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Submission + - Book Review: Abusing the Internet of Things - Blackouts, Freakouts, & Stakeo (amazon.com)

sh0wstOpper writes: author Nitesh Dhanjani
pages 96
publisher O'Reilly
rating 9/10
reviewer Dan Smith
ISBN 1491902337
summary Attack & penetration techniques for the Internet of Things

The topic of the Internet of Things (IoT) is gaining a lot of attention because we are seeing increasing amounts of 'things', such as cars, door locks, baby monitors, etc, that are connected and accessible from the Internet. This increases the chances of someone being able to 'attack' these devices remotely.

The premise of "Abusing the Internet of Things" is that the distinction between our "online spaces" (example social media, email, online banking) and our "physical spaces" (homes and offices) will become harder to define since the connected objects supporting the IoT ecosystems will have access to both. For this reason, there is concern that attacks originating online may not only head to impacts such as the loss of personal data, but actually cause physical harm.

Here is my take on the content per chapter:

1. Lights Out—Hacking Wireless Lightbulbs to Cause Sustained Blackouts
In this chapter, the author takes apart the popular Philips hue lighting systems by examining the various types of communication protocols (Zigbee, TCP/IP). Packet captures of communications between various systems are presented in an easy to understand fashion. An actual vulnerability that can be abused to cause a blackout is also described.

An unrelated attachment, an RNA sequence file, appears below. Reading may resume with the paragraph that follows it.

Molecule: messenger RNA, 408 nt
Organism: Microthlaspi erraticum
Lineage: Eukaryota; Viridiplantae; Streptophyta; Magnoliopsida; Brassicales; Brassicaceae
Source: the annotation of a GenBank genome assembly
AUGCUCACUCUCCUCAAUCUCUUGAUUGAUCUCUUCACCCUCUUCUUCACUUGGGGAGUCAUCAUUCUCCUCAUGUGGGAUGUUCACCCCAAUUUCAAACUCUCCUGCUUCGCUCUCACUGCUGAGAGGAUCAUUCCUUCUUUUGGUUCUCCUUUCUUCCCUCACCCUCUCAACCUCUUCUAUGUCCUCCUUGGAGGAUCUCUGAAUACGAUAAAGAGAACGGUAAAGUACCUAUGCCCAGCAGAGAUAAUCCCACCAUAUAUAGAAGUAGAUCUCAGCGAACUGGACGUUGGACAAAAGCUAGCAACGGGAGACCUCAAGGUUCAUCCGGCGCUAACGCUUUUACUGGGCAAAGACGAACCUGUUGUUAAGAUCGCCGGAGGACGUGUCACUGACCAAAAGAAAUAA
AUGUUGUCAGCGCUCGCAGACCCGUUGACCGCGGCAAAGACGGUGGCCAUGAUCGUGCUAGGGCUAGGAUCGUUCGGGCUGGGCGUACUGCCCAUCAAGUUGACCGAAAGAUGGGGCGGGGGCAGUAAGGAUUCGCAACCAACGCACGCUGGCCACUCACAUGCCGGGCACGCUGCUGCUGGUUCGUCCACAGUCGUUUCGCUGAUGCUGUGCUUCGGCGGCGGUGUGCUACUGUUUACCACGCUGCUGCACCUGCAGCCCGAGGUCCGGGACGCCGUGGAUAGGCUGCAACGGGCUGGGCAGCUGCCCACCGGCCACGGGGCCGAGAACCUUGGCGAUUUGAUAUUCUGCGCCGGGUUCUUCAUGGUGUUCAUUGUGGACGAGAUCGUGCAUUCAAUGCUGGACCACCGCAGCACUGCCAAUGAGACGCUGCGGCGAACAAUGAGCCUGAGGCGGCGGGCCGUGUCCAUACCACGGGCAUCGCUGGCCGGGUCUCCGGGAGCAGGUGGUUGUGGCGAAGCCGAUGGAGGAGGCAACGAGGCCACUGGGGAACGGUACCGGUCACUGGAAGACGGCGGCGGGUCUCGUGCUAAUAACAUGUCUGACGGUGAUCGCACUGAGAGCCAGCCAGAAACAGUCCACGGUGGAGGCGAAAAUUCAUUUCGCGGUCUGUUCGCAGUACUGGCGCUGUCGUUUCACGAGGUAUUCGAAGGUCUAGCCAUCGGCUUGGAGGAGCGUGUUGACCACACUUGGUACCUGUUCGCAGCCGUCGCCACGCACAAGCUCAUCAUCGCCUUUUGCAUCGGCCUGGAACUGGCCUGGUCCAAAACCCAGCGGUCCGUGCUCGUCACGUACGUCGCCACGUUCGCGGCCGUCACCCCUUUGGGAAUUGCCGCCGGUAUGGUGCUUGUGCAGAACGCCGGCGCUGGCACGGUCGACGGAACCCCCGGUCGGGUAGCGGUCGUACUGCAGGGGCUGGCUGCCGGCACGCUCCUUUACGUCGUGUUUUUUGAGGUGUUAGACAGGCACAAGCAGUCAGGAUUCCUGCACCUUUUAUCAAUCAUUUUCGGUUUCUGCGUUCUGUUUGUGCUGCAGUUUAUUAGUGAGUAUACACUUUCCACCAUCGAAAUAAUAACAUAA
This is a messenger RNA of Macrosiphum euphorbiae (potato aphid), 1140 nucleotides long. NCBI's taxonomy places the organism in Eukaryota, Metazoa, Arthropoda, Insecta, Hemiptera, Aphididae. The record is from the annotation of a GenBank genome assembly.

This chapter also discusses how the lighting system and other IoT objects are starting to integrate with each other using the If This Then That (IFTTT) platform. As such, cross-platform vulnerabilities are discussed. I appreciated this section in particular because it did a good job of helping me think of how attackers are likely to leverage the fact that various IoT devices will want to integrate with each other and the compromise of one device can give someone access to other devices.

2. Electronic Lock Picking—Abusing Door Locks to Compromise Physical Security:
There has been a lot of research in the area of wireless door locks. It is easy to see how a simple vulnerability in such a device can compromise physical safety. This chapter clearly articulates vulnerabilities in popular door locks in hotel rooms and how they have been already abused for theft. This chapter also discusses security issues in the Bluetooth Low Energy protocol and closes with good recommendations for consumers as well as for people responsible for designing locks.

3. Assaulting the Radio Nurse—Breaching Baby Monitors and One Other Thing